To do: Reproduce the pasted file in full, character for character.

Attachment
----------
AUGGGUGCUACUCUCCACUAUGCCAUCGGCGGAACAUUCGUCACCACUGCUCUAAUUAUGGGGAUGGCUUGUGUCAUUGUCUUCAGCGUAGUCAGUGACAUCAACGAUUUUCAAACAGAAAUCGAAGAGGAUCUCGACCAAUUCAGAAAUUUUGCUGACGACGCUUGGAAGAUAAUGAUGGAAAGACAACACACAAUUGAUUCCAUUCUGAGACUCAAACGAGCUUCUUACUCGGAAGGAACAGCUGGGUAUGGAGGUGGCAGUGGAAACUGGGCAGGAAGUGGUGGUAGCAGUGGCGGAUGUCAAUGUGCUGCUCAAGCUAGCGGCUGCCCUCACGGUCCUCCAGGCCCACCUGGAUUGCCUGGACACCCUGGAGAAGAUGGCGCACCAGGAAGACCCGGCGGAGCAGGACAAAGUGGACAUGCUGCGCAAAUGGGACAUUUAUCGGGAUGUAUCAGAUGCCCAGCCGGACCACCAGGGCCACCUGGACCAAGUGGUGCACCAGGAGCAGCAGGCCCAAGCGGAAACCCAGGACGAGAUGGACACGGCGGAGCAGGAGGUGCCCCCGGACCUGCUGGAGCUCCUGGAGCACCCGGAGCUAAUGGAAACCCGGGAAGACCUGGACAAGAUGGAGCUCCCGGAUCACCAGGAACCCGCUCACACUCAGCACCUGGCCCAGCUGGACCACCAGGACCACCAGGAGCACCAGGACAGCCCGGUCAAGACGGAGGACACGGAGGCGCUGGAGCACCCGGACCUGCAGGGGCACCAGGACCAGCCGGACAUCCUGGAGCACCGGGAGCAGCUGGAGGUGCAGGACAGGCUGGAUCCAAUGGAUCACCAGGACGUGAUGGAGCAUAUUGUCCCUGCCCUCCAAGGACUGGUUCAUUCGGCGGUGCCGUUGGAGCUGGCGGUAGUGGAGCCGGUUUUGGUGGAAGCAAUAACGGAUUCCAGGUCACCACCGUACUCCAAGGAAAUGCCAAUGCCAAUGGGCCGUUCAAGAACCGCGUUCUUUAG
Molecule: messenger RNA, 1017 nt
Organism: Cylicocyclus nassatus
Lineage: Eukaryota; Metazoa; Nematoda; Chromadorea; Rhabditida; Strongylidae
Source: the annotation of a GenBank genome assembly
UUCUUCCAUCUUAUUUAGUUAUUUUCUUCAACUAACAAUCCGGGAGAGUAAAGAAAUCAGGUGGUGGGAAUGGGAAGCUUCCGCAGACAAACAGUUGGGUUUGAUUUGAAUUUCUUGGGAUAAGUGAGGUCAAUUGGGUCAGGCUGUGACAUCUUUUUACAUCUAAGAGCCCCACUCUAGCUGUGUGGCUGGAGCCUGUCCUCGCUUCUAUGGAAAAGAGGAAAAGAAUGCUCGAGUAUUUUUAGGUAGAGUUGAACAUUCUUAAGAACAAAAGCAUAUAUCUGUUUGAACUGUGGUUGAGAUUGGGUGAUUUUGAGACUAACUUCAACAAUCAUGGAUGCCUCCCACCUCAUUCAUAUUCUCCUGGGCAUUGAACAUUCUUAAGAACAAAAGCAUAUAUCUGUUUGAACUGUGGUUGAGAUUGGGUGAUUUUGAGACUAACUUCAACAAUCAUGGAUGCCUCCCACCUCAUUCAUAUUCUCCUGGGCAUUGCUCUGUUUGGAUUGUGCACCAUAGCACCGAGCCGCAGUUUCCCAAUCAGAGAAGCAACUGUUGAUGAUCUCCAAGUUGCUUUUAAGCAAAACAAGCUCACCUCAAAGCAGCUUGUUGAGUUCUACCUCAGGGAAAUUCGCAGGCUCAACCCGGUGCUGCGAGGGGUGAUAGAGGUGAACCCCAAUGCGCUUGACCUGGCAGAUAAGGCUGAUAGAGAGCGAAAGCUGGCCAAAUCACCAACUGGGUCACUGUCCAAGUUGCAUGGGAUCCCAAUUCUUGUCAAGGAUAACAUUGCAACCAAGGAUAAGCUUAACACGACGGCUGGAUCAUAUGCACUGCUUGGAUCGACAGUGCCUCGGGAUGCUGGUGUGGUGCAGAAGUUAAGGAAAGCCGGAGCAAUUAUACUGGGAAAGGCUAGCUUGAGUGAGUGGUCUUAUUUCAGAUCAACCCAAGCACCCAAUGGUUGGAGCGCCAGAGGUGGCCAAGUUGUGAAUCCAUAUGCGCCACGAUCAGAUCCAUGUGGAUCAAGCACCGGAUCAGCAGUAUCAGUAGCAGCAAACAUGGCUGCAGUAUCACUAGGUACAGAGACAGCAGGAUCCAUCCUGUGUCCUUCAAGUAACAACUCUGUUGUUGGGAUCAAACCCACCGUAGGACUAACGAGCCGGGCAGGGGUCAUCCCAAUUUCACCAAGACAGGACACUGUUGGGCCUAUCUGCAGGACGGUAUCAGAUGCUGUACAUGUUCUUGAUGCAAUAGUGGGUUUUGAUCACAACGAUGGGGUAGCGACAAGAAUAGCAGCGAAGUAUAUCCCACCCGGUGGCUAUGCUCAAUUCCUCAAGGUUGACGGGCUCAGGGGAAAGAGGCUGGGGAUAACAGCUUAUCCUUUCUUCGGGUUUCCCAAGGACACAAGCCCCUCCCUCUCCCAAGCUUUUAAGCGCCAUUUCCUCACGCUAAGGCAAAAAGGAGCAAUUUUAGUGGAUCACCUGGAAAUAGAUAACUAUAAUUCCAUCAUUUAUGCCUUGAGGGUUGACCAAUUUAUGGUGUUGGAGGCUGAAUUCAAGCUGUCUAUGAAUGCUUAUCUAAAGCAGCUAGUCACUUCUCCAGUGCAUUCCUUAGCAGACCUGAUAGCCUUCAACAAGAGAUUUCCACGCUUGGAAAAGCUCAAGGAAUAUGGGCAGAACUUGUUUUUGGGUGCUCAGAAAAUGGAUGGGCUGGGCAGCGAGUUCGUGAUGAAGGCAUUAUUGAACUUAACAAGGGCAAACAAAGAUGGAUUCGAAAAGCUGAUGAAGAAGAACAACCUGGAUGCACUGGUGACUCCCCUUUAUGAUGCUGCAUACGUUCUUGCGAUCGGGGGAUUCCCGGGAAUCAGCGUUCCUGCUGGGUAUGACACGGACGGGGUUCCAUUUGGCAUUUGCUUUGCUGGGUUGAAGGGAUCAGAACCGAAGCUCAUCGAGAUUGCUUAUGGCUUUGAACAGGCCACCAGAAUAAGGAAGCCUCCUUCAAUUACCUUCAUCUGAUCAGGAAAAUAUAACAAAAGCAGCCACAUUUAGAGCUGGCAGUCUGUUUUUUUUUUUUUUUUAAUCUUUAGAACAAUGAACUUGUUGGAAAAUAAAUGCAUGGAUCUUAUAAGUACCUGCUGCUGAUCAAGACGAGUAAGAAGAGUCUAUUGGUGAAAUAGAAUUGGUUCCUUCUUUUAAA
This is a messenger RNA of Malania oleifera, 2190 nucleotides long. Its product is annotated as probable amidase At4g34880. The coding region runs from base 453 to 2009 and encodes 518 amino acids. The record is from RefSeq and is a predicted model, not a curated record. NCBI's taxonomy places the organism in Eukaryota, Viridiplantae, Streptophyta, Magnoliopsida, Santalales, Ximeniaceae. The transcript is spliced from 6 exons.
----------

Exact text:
AUGGGUGCUACUCUCCACUAUGCCAUCGGCGGAACAUUCGUCACCACUGCUCUAAUUAUGGGGAUGGCUUGUGUCAUUGUCUUCAGCGUAGUCAGUGACAUCAACGAUUUUCAAACAGAAAUCGAAGAGGAUCUCGACCAAUUCAGAAAUUUUGCUGACGACGCUUGGAAGAUAAUGAUGGAAAGACAACACACAAUUGAUUCCAUUCUGAGACUCAAACGAGCUUCUUACUCGGAAGGAACAGCUGGGUAUGGAGGUGGCAGUGGAAACUGGGCAGGAAGUGGUGGUAGCAGUGGCGGAUGUCAAUGUGCUGCUCAAGCUAGCGGCUGCCCUCACGGUCCUCCAGGCCCACCUGGAUUGCCUGGACACCCUGGAGAAGAUGGCGCACCAGGAAGACCCGGCGGAGCAGGACAAAGUGGACAUGCUGCGCAAAUGGGACAUUUAUCGGGAUGUAUCAGAUGCCCAGCCGGACCACCAGGGCCACCUGGACCAAGUGGUGCACCAGGAGCAGCAGGCCCAAGCGGAAACCCAGGACGAGAUGGACACGGCGGAGCAGGAGGUGCCCCCGGACCUGCUGGAGCUCCUGGAGCACCCGGAGCUAAUGGAAACCCGGGAAGACCUGGACAAGAUGGAGCUCCCGGAUCACCAGGAACCCGCUCACACUCAGCACCUGGCCCAGCUGGACCACCAGGACCACCAGGAGCACCAGGACAGCCCGGUCAAGACGGAGGACACGGAGGCGCUGGAGCACCCGGACCUGCAGGGGCACCAGGACCAGCCGGACAUCCUGGAGCACCGGGAGCAGCUGGAGGUGCAGGACAGGCUGGAUCCAAUGGAUCACCAGGACGUGAUGGAGCAUAUUGUCCCUGCCCUCCAAGGACUGGUUCAUUCGGCGGUGCCGUUGGAGCUGGCGGUAGUGGAGCCGGUUUUGGUGGAAGCAAUAACGGAUUCCAGGUCACCACCGUACUCCAAGGAAAUGCCAAUGCCAAUGGGCCGUUCAAGAACCGCGUUCUUUAG
Molecule: messenger RNA, 1017 nt
Organism: Cylicocyclus nassatus
Lineage: Eukaryota; Metazoa; Nematoda; Chromadorea; Rhabditida; Strongylidae
Source: the annotation of a GenBank genome assembly
UUCUUCCAUCUUAUUUAGUUAUUUUCUUCAACUAACAAUCCGGGAGAGUAAAGAAAUCAGGUGGUGGGAAUGGGAAGCUUCCGCAGACAAACAGUUGGGUUUGAUUUGAAUUUCUUGGGAUAAGUGAGGUCAAUUGGGUCAGGCUGUGACAUCUUUUUACAUCUAAGAGCCCCACUCUAGCUGUGUGGCUGGAGCCUGUCCUCGCUUCUAUGGAAAAGAGGAAAAGAAUGCUCGAGUAUUUUUAGGUAGAGUUGAACAUUCUUAAGAACAAAAGCAUAUAUCUGUUUGAACUGUGGUUGAGAUUGGGUGAUUUUGAGACUAACUUCAACAAUCAUGGAUGCCUCCCACCUCAUUCAUAUUCUCCUGGGCAUUGAACAUUCUUAAGAACAAAAGCAUAUAUCUGUUUGAACUGUGGUUGAGAUUGGGUGAUUUUGAGACUAACUUCAACAAUCAUGGAUGCCUCCCACCUCAUUCAUAUUCUCCUGGGCAUUGCUCUGUUUGGAUUGUGCACCAUAGCACCGAGCCGCAGUUUCCCAAUCAGAGAAGCAACUGUUGAUGAUCUCCAAGUUGCUUUUAAGCAAAACAAGCUCACCUCAAAGCAGCUUGUUGAGUUCUACCUCAGGGAAAUUCGCAGGCUCAACCCGGUGCUGCGAGGGGUGAUAGAGGUGAACCCCAAUGCGCUUGACCUGGCAGAUAAGGCUGAUAGAGAGCGAAAGCUGGCCAAAUCACCAACUGGGUCACUGUCCAAGUUGCAUGGGAUCCCAAUUCUUGUCAAGGAUAACAUUGCAACCAAGGAUAAGCUUAACACGACGGCUGGAUCAUAUGCACUGCUUGGAUCGACAGUGCCUCGGGAUGCUGGUGUGGUGCAGAAGUUAAGGAAAGCCGGAGCAAUUAUACUGGGAAAGGCUAGCUUGAGUGAGUGGUCUUAUUUCAGAUCAACCCAAGCACCCAAUGGUUGGAGCGCCAGAGGUGGCCAAGUUGUGAAUCCAUAUGCGCCACGAUCAGAUCCAUGUGGAUCAAGCACCGGAUCAGCAGUAUCAGUAGCAGCAAACAUGGCUGCAGUAUCACUAGGUACAGAGACAGCAGGAUCCAUCCUGUGUCCUUCAAGUAACAACUCUGUUGUUGGGAUCAAACCCACCGUAGGACUAACGAGCCGGGCAGGGGUCAUCCCAAUUUCACCAAGACAGGACACUGUUGGGCCUAUCUGCAGGACGGUAUCAGAUGCUGUACAUGUUCUUGAUGCAAUAGUGGGUUUUGAUCACAACGAUGGGGUAGCGACAAGAAUAGCAGCGAAGUAUAUCCCACCCGGUGGCUAUGCUCAAUUCCUCAAGGUUGACGGGCUCAGGGGAAAGAGGCUGGGGAUAACAGCUUAUCCUUUCUUCGGGUUUCCCAAGGACACAAGCCCCUCCCUCUCCCAAGCUUUUAAGCGCCAUUUCCUCACGCUAAGGCAAAAAGGAGCAAUUUUAGUGGAUCACCUGGAAAUAGAUAACUAUAAUUCCAUCAUUUAUGCCUUGAGGGUUGACCAAUUUAUGGUGUUGGAGGCUGAAUUCAAGCUGUCUAUGAAUGCUUAUCUAAAGCAGCUAGUCACUUCUCCAGUGCAUUCCUUAGCAGACCUGAUAGCCUUCAACAAGAGAUUUCCACGCUUGGAAAAGCUCAAGGAAUAUGGGCAGAACUUGUUUUUGGGUGCUCAGAAAAUGGAUGGGCUGGGCAGCGAGUUCGUGAUGAAGGCAUUAUUGAACUUAACAAGGGCAAACAAAGAUGGAUUCGAAAAGCUGAUGAAGAAGAACAACCUGGAUGCACUGGUGACUCCCCUUUAUGAUGCUGCAUACGUUCUUGCGAUCGGGGGAUUCCCGGGAAUCAGCGUUCCUGCUGGGUAUGACACGGACGGGGUUCCAUUUGGCAUUUGCUUUGCUGGGUUGAAGGGAUCAGAACCGAAGCUCAUCGAGAUUGCUUAUGGCUUUGAACAGGCCACCAGAAUAAGGAAGCCUCCUUCAAUUACCUUCAUCUGAUCAGGAAAAUAUAACAAAAGCAGCCACAUUUAGAGCUGGCAGUCUGUUUUUUUUUUUUUUUUAAUCUUUAGAACAAUGAACUUGUUGGAAAAUAAAUGCAUGGAUCUUAUAAGUACCUGCUGCUGAUCAAGACGAGUAAGAAGAGUCUAUUGGUGAAAUAGAAUUGGUUCCUUCUUUUAAA
This is a messenger RNA of Malania oleifera, 2190 nucleotides long. Its product is annotated as probable amidase At4g34880. The coding region runs from base 453 to 2009 and encodes 518 amino acids. The record is from RefSeq and is a predicted model, not a curated record. NCBI's taxonomy places the organism in Eukaryota, Viridiplantae, Streptophyta, Magnoliopsida, Santalales, Ximeniaceae. The transcript is spliced from 6 exons.